■ Evaluating Migration Technologies 224
■ Using Windows Easy Transfer 226
■ Planning User State Migration Using USMT 230
■ Installing USMT 237
■ Understanding USMT Components 238
■ Developing Migration Files 240
■ Using USMT in Microsoft Deployment Toolkit 242
■ Additional Resources 246
Operating system deployment always involves user state migration—the process of migrating users' documents and settings from one operating system to another. Even when you don't migrate user state during deployment, users will spend countless hours trying to restore their preferences (such as desktop backgrounds, screensavers, and themes). Because this manual process reduces user productivity and usually increases support calls, organizations often choose to migrate some portion of user state to new operating systems as they are deployed.
User satisfaction is another reason to elevate the importance of user state migration in your project. Users are simply more satisfied and feel less overwhelmed when they sit down in front of a new operating system and they don't have to recover their preferences. The fact is that unsatisfied users can lead to poor post-implementation reviews and can have negative consequences for future deployment projects . For example, user dissatisfaction with previous projects can stall a deployment project that you know will benefit the company in the long term . Keep the users happy.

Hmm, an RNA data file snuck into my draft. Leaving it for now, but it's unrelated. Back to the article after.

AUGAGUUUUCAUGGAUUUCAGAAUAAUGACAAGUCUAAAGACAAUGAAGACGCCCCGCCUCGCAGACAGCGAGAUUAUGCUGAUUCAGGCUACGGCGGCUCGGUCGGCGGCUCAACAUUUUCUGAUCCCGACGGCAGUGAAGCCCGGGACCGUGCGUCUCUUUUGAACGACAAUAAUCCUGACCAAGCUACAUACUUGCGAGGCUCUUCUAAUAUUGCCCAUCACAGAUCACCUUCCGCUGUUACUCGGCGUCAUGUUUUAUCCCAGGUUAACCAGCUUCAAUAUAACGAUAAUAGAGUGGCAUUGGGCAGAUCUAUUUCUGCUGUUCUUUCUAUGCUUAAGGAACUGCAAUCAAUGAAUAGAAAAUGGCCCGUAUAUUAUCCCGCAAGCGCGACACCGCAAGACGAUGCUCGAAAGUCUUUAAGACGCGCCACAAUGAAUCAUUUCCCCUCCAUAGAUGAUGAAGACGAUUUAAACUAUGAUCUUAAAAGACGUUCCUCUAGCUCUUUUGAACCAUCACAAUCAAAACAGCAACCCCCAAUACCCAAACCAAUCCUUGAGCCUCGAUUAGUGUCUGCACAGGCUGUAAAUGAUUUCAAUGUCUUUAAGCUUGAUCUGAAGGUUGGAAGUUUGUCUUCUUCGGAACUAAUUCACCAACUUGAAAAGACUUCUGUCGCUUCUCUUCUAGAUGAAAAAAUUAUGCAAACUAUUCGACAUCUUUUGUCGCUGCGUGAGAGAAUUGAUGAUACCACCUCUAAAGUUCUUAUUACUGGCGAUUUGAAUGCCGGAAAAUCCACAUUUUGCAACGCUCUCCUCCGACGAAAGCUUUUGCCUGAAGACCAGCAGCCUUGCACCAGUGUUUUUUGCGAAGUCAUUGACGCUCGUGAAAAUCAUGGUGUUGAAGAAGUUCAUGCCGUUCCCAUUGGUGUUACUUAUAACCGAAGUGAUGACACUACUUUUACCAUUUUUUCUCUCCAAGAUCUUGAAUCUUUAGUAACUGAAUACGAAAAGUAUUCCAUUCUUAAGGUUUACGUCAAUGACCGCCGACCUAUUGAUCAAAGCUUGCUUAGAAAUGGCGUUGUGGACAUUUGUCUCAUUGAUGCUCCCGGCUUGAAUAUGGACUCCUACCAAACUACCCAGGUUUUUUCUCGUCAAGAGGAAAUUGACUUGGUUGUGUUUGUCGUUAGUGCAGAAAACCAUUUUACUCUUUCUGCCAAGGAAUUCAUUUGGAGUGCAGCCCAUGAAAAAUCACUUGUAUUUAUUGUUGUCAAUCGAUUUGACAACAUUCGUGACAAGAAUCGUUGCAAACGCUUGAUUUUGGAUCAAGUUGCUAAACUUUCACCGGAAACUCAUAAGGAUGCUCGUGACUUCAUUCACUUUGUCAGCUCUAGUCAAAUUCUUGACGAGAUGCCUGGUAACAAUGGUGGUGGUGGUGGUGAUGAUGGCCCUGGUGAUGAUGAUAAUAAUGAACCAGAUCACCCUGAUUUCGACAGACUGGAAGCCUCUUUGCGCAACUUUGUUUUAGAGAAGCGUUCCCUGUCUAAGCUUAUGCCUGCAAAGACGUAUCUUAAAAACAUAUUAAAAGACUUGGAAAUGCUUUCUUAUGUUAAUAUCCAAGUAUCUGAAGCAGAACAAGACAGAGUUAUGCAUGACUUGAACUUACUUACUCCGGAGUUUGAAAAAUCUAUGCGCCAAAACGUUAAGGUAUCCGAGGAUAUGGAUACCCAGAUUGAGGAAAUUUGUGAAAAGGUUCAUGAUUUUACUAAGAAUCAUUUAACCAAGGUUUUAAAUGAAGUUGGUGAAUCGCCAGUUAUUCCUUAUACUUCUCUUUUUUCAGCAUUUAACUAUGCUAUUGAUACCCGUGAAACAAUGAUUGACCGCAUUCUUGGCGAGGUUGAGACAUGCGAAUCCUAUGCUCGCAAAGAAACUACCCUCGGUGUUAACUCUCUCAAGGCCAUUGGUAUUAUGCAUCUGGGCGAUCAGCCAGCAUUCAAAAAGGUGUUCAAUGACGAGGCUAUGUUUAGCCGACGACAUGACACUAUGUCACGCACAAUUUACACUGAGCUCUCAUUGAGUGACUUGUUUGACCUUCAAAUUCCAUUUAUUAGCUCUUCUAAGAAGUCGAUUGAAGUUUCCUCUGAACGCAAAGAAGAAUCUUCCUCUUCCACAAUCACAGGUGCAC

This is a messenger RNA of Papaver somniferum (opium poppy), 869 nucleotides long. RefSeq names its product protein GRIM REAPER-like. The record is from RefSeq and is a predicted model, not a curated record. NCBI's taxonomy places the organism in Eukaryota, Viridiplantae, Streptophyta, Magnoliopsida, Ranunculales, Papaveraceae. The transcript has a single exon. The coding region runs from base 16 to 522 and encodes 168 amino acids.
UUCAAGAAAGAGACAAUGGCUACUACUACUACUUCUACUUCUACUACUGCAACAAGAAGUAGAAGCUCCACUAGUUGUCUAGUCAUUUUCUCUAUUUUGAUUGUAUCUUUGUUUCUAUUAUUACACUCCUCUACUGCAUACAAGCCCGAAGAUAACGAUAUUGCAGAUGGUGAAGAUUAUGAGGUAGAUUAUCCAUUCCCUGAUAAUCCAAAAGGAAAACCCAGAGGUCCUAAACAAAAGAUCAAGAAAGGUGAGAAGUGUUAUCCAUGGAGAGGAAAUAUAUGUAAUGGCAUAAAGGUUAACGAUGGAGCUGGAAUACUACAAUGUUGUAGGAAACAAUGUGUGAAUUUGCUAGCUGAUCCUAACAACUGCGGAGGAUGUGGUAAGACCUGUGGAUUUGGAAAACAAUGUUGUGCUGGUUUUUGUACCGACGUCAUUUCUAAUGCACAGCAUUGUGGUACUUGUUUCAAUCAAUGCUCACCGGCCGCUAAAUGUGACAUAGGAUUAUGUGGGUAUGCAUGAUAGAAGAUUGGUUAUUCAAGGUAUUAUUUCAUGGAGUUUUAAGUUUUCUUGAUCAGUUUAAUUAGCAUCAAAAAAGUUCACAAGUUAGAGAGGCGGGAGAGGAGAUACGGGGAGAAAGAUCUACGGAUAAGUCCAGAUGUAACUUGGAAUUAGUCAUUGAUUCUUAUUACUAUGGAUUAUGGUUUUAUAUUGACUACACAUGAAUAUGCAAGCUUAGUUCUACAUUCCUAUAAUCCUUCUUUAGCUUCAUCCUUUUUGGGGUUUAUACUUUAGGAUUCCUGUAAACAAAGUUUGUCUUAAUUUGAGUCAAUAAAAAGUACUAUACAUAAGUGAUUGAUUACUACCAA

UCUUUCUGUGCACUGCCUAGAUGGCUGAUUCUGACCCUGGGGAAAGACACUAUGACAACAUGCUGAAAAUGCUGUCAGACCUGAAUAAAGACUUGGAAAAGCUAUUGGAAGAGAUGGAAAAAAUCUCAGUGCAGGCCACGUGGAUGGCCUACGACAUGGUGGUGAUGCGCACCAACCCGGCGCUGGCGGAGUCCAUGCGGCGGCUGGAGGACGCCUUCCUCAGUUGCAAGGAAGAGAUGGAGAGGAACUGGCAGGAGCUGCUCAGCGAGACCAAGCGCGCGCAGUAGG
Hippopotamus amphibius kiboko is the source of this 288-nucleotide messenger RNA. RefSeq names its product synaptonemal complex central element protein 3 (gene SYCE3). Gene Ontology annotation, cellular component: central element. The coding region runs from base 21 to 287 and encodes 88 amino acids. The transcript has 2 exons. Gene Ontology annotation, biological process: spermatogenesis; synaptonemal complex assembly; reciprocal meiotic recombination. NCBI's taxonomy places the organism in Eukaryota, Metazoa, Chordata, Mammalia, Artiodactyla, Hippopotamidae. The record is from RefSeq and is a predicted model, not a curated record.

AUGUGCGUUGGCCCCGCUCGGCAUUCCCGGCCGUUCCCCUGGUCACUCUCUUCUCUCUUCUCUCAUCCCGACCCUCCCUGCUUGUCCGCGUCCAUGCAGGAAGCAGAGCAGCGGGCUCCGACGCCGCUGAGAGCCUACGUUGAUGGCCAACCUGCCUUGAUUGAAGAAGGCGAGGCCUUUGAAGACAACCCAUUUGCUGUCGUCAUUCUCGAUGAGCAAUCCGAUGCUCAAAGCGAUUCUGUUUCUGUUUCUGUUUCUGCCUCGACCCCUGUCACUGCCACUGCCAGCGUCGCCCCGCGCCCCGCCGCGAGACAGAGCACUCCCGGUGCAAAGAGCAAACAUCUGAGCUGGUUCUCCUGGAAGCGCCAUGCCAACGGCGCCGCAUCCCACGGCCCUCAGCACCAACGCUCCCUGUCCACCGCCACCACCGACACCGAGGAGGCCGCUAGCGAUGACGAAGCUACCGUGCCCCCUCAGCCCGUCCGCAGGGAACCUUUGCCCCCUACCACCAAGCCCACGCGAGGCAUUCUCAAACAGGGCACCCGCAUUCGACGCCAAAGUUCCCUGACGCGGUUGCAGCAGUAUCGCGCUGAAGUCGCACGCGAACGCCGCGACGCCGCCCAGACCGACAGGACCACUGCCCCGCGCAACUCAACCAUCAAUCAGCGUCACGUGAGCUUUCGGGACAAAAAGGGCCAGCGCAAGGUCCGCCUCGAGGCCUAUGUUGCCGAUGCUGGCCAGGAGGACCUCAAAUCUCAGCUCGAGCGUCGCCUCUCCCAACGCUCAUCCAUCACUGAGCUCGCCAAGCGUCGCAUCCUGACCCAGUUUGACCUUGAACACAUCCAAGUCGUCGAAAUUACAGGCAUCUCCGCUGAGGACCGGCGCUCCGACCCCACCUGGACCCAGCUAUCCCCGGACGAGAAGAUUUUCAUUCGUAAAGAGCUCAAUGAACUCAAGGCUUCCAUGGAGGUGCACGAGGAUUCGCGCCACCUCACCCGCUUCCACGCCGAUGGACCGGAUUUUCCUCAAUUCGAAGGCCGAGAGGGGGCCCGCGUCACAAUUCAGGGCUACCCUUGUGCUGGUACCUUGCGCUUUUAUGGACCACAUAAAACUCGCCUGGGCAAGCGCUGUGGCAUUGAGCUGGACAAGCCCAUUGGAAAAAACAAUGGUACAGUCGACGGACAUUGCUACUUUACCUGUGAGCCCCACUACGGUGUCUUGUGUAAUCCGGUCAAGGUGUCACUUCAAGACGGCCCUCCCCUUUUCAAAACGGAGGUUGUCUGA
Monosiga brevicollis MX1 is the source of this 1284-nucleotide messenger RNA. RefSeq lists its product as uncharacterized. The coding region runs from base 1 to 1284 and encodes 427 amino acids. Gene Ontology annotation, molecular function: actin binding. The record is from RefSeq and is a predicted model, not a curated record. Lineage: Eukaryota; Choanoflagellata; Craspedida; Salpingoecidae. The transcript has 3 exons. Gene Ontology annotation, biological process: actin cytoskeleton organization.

This chapter helps you decide which user state migration tools best suit your environment. It then explores the User State Migration Tool (USMT) 4. 0, including customizing and automating the user state migration process . You'll learn how to identify user state data, how to plan the user state migration project, and how to execute the user state migration using tools such as Windows scripting and Microsoft Deployment Toolkit 2010 (MDT 2010).
Whether you decide to migrate user state individually, as part of a high-volume deployment project, or not at all, you should evaluate the available options to ensure that you make the best choices for your environment. The size and scope of the migration project factor into your choice, as will the type and amount of user state data you choose to migrate .
The following sections describe the different options that Microsoft provides. Several third-party products are also available for migrating user state . If you're using MDT 2010 as your deployment framework, Microsoft recommends that you use USMT to migrate user state to Windows 7. USMT handles most common scenarios out of the box, and exceptional cases are easy to configure. Additionally, MDT 2010 already includes the pre-deployment and post-deployment logic for saving and restoring user state.
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